A few months ago I started reaching out to private urgent cares in the Washington area, looking for a locum tenens gigs. I disclosed my troubles with the medical board and told them that I was interested in only a few weeks worth of work every few months.
I didn’t get any bites until I connected with the owner of a chain of urgent cares in a remote part of Washington. Get this, his daughter is living in Spain, he is a rock climber, and he also lived in California with his family for a while. Brothers from other mothers.
I told him exactly what I was looking for, the kind of volume I was capable of seeing. I sent him all of the details of my medical board trouble and he laughed at the ridiculousness of it. He told me that he had plenty of work for me and that I could fly down immediately for work.
I can’t tell you guys how awesome it is to meet doctors in these positions who totally make up for all of the negativity of the medical system. I hope that I can one day return the favor.
Flight to Washington
I went online, booked my flight from Iberia to LAX and from LAX to Seattle. Before leaving, I sent his HR department all of my information and they started the credentialing process.
Getting a round-trip ticket with a 1-week notice wasn’t all that expensive. And for the opportunity to see some urgent care patients, I would have paid $5,000.
We didn’t think there would be any trouble with credentialing except for the group malpractice policy. He gave me the contact for the underwriter for his practice, just so I could run it by her.
She looked up my medical board case and we hopped on a phone call. The way the case is worded on my records makes it seem as though there was a clinical issue regarding an EKG. She couldn’t make sense of the wording and wanted me to explain it on the phone.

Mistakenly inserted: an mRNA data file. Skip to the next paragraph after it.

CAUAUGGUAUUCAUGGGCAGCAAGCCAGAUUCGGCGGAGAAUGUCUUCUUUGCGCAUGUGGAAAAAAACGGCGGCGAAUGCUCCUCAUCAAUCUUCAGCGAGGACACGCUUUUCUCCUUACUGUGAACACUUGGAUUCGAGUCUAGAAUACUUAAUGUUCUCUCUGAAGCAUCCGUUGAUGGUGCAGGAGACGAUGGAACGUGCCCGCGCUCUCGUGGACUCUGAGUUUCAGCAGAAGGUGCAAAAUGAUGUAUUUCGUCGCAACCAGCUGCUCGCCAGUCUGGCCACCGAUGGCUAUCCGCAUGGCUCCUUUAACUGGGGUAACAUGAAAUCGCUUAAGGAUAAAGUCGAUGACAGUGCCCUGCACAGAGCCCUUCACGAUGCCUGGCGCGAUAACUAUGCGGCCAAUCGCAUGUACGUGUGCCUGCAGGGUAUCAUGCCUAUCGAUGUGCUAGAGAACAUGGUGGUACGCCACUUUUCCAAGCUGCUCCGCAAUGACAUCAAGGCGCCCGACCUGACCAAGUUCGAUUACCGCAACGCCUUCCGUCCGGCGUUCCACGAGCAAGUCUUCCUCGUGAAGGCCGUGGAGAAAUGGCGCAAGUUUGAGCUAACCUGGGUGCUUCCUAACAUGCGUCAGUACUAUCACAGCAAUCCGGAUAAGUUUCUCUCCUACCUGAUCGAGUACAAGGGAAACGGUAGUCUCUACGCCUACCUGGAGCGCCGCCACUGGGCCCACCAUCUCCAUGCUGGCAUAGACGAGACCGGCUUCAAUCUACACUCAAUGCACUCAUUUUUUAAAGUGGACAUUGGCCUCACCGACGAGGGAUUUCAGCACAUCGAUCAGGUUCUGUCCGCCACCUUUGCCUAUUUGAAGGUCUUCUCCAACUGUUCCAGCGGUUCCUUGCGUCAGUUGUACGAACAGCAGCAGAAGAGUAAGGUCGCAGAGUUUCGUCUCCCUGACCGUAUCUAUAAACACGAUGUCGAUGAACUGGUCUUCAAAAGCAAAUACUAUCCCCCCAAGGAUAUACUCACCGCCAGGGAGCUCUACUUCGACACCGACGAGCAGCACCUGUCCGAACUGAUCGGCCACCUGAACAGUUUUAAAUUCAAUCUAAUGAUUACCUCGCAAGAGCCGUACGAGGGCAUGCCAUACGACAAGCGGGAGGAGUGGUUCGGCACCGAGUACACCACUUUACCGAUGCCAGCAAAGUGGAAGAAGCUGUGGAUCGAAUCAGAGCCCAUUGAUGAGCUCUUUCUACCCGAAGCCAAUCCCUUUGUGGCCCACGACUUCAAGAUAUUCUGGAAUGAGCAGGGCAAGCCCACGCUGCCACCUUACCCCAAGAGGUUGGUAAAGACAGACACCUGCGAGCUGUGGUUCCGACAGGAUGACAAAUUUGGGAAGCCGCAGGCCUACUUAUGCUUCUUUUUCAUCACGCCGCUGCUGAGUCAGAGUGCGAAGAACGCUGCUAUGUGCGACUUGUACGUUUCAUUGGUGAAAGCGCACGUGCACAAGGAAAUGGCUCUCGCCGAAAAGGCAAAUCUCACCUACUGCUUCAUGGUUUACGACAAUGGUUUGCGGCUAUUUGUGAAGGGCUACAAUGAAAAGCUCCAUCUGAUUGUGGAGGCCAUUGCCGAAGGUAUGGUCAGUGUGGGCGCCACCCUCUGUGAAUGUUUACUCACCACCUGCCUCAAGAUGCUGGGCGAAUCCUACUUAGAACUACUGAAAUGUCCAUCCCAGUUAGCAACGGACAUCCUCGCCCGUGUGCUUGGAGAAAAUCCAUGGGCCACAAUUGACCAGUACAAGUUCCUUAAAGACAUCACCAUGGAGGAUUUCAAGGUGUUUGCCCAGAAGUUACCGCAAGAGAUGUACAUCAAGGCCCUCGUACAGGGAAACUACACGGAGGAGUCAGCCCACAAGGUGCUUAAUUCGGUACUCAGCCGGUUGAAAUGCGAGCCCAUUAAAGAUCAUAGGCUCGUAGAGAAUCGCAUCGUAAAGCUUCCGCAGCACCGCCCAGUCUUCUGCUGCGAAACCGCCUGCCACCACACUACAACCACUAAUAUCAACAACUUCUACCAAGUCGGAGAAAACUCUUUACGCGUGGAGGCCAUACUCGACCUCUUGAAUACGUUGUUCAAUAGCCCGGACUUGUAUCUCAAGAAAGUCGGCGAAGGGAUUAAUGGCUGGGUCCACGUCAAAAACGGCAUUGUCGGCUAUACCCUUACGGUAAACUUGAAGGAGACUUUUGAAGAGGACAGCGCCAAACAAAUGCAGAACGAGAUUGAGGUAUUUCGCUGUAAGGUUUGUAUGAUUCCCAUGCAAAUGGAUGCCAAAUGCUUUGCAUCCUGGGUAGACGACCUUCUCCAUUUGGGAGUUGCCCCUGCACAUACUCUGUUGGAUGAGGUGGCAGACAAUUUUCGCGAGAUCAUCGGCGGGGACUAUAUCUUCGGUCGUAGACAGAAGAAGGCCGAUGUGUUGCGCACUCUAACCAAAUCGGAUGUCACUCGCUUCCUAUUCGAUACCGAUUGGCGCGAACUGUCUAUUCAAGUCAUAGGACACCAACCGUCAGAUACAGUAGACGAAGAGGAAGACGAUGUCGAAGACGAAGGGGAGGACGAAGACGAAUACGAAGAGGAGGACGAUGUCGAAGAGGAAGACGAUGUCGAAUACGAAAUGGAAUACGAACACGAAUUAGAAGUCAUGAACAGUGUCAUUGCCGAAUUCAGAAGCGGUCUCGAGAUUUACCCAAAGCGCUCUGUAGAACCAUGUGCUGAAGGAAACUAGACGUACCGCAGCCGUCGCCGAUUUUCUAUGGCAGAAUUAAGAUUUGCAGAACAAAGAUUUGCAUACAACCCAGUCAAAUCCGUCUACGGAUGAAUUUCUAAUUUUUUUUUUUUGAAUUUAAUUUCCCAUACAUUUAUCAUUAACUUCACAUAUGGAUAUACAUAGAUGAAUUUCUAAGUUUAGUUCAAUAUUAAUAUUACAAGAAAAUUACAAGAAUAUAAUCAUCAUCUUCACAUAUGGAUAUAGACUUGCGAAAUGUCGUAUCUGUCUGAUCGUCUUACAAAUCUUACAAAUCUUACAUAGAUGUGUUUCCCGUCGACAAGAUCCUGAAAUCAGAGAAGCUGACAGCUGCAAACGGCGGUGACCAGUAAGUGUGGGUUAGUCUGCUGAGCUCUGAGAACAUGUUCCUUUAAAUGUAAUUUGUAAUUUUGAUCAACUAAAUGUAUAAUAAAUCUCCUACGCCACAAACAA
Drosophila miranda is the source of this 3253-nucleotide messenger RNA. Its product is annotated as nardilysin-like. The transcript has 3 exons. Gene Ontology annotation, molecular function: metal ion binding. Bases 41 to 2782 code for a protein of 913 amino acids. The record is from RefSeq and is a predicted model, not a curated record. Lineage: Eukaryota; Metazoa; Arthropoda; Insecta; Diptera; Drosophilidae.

She’d seen a lot of malpractice cases come across her desk and since my case wasn’t a malpractice issue, there was no issues with underwriting. She had never seen a medical license suspension associated even with the worst offenses. Her comment was “You must have really pissed someone off!”
I’m no longer board certified under ABMS. Instead, I have a family medicine certification under NBPAS. I am careful what wording I use because the ABMS has trademarked certain phrases. And they have convinced the medical boards to accept their monopoly.
However, he didn’t care about my board certification. He has military docs working for him who have only completed 1 year of residency. He didn’t even care that I had a certification with NBPAS – he never even heard of them.
Before flying out, he told me that he had multiple urgent care sites and I was welcome to work at any and all of them. He was sympathetic to my situation and told me to sign up for however many shifts I felt comfortable with.
His doctors see about 60 patients in 12 hours. In the summer months, maybe 30-40. But he also does some occupational medicine and workman’s comp – stuff that I did for 3 years in residency moonlighting.